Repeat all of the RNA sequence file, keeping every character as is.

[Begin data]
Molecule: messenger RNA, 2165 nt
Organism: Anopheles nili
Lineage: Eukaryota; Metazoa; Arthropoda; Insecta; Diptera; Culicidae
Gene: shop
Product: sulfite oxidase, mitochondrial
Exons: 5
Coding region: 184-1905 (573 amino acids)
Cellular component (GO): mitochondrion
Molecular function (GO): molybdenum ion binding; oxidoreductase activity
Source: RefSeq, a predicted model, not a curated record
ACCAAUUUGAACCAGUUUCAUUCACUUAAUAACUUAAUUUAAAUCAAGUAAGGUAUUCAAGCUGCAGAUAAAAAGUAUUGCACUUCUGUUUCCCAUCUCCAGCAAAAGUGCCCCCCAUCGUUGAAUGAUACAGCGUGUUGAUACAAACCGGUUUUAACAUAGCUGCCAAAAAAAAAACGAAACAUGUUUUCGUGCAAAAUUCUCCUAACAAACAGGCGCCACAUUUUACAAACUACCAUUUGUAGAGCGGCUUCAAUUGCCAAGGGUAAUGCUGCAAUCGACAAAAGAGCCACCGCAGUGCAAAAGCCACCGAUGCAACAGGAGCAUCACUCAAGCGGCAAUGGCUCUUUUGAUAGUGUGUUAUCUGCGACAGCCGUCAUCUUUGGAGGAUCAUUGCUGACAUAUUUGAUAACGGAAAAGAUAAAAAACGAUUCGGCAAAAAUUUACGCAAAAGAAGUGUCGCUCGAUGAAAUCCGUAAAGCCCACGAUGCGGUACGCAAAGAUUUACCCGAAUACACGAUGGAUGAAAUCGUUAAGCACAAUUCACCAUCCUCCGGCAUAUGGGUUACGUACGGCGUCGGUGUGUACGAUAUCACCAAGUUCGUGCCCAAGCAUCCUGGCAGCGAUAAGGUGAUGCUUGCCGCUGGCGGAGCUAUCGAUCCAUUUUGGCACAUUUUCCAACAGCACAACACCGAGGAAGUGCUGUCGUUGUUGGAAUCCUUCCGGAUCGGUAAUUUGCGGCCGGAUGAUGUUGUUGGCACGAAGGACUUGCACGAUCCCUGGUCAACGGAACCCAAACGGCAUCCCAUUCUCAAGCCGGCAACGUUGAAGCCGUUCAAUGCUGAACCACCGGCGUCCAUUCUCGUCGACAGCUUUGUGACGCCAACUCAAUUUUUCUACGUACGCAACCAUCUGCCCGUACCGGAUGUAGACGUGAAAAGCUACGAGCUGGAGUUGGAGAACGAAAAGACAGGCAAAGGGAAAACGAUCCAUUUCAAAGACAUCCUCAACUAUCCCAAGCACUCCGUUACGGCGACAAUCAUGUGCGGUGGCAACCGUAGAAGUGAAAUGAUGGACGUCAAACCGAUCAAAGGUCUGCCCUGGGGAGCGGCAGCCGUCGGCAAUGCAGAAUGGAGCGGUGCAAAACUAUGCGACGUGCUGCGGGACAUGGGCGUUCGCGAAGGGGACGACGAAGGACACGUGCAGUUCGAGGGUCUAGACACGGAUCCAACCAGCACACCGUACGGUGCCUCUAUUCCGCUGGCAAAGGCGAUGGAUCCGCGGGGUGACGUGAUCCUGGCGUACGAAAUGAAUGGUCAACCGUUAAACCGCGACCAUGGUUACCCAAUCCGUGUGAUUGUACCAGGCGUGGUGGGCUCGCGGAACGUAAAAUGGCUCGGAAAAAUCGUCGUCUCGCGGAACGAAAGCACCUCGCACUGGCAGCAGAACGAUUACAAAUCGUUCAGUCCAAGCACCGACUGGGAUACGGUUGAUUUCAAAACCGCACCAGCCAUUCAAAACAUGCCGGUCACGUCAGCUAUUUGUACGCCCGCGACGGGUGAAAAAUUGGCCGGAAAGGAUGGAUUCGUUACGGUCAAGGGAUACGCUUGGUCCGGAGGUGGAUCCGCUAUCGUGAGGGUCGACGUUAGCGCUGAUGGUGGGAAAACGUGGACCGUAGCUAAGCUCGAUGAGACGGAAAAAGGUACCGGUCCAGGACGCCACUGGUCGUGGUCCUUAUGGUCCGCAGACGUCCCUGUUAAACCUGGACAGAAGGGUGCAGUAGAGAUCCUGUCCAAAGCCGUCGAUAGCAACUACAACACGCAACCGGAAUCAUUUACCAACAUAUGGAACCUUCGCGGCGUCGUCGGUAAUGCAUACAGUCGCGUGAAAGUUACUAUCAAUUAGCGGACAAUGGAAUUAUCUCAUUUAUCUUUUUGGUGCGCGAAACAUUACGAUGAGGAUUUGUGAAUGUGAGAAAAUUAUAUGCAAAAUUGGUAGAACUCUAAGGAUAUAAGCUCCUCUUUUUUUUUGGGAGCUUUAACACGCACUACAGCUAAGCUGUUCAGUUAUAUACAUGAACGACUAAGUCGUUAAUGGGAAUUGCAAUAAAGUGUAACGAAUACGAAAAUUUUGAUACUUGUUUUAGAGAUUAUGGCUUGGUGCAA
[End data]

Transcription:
Molecule: messenger RNA, 2165 nt
Organism: Anopheles nili
Lineage: Eukaryota; Metazoa; Arthropoda; Insecta; Diptera; Culicidae
Gene: shop
Product: sulfite oxidase, mitochondrial
Exons: 5
Coding region: 184-1905 (573 amino acids)
Cellular component (GO): mitochondrion
Molecular function (GO): molybdenum ion binding; oxidoreductase activity
Source: RefSeq, a predicted model, not a curated record
ACCAAUUUGAACCAGUUUCAUUCACUUAAUAACUUAAUUUAAAUCAAGUAAGGUAUUCAAGCUGCAGAUAAAAAGUAUUGCACUUCUGUUUCCCAUCUCCAGCAAAAGUGCCCCCCAUCGUUGAAUGAUACAGCGUGUUGAUACAAACCGGUUUUAACAUAGCUGCCAAAAAAAAAACGAAACAUGUUUUCGUGCAAAAUUCUCCUAACAAACAGGCGCCACAUUUUACAAACUACCAUUUGUAGAGCGGCUUCAAUUGCCAAGGGUAAUGCUGCAAUCGACAAAAGAGCCACCGCAGUGCAAAAGCCACCGAUGCAACAGGAGCAUCACUCAAGCGGCAAUGGCUCUUUUGAUAGUGUGUUAUCUGCGACAGCCGUCAUCUUUGGAGGAUCAUUGCUGACAUAUUUGAUAACGGAAAAGAUAAAAAACGAUUCGGCAAAAAUUUACGCAAAAGAAGUGUCGCUCGAUGAAAUCCGUAAAGCCCACGAUGCGGUACGCAAAGAUUUACCCGAAUACACGAUGGAUGAAAUCGUUAAGCACAAUUCACCAUCCUCCGGCAUAUGGGUUACGUACGGCGUCGGUGUGUACGAUAUCACCAAGUUCGUGCCCAAGCAUCCUGGCAGCGAUAAGGUGAUGCUUGCCGCUGGCGGAGCUAUCGAUCCAUUUUGGCACAUUUUCCAACAGCACAACACCGAGGAAGUGCUGUCGUUGUUGGAAUCCUUCCGGAUCGGUAAUUUGCGGCCGGAUGAUGUUGUUGGCACGAAGGACUUGCACGAUCCCUGGUCAACGGAACCCAAACGGCAUCCCAUUCUCAAGCCGGCAACGUUGAAGCCGUUCAAUGCUGAACCACCGGCGUCCAUUCUCGUCGACAGCUUUGUGACGCCAACUCAAUUUUUCUACGUACGCAACCAUCUGCCCGUACCGGAUGUAGACGUGAAAAGCUACGAGCUGGAGUUGGAGAACGAAAAGACAGGCAAAGGGAAAACGAUCCAUUUCAAAGACAUCCUCAACUAUCCCAAGCACUCCGUUACGGCGACAAUCAUGUGCGGUGGCAACCGUAGAAGUGAAAUGAUGGACGUCAAACCGAUCAAAGGUCUGCCCUGGGGAGCGGCAGCCGUCGGCAAUGCAGAAUGGAGCGGUGCAAAACUAUGCGACGUGCUGCGGGACAUGGGCGUUCGCGAAGGGGACGACGAAGGACACGUGCAGUUCGAGGGUCUAGACACGGAUCCAACCAGCACACCGUACGGUGCCUCUAUUCCGCUGGCAAAGGCGAUGGAUCCGCGGGGUGACGUGAUCCUGGCGUACGAAAUGAAUGGUCAACCGUUAAACCGCGACCAUGGUUACCCAAUCCGUGUGAUUGUACCAGGCGUGGUGGGCUCGCGGAACGUAAAAUGGCUCGGAAAAAUCGUCGUCUCGCGGAACGAAAGCACCUCGCACUGGCAGCAGAACGAUUACAAAUCGUUCAGUCCAAGCACCGACUGGGAUACGGUUGAUUUCAAAACCGCACCAGCCAUUCAAAACAUGCCGGUCACGUCAGCUAUUUGUACGCCCGCGACGGGUGAAAAAUUGGCCGGAAAGGAUGGAUUCGUUACGGUCAAGGGAUACGCUUGGUCCGGAGGUGGAUCCGCUAUCGUGAGGGUCGACGUUAGCGCUGAUGGUGGGAAAACGUGGACCGUAGCUAAGCUCGAUGAGACGGAAAAAGGUACCGGUCCAGGACGCCACUGGUCGUGGUCCUUAUGGUCCGCAGACGUCCCUGUUAAACCUGGACAGAAGGGUGCAGUAGAGAUCCUGUCCAAAGCCGUCGAUAGCAACUACAACACGCAACCGGAAUCAUUUACCAACAUAUGGAACCUUCGCGGCGUCGUCGGUAAUGCAUACAGUCGCGUGAAAGUUACUAUCAAUUAGCGGACAAUGGAAUUAUCUCAUUUAUCUUUUUGGUGCGCGAAACAUUACGAUGAGGAUUUGUGAAUGUGAGAAAAUUAUAUGCAAAAUUGGUAGAACUCUAAGGAUAUAAGCUCCUCUUUUUUUUUGGGAGCUUUAACACGCACUACAGCUAAGCUGUUCAGUUAUAUACAUGAACGACUAAGUCGUUAAUGGGAAUUGCAAUAAAGUGUAACGAAUACGAAAAUUUUGAUACUUGUUUUAGAGAUUAUGGCUUGGUGCAA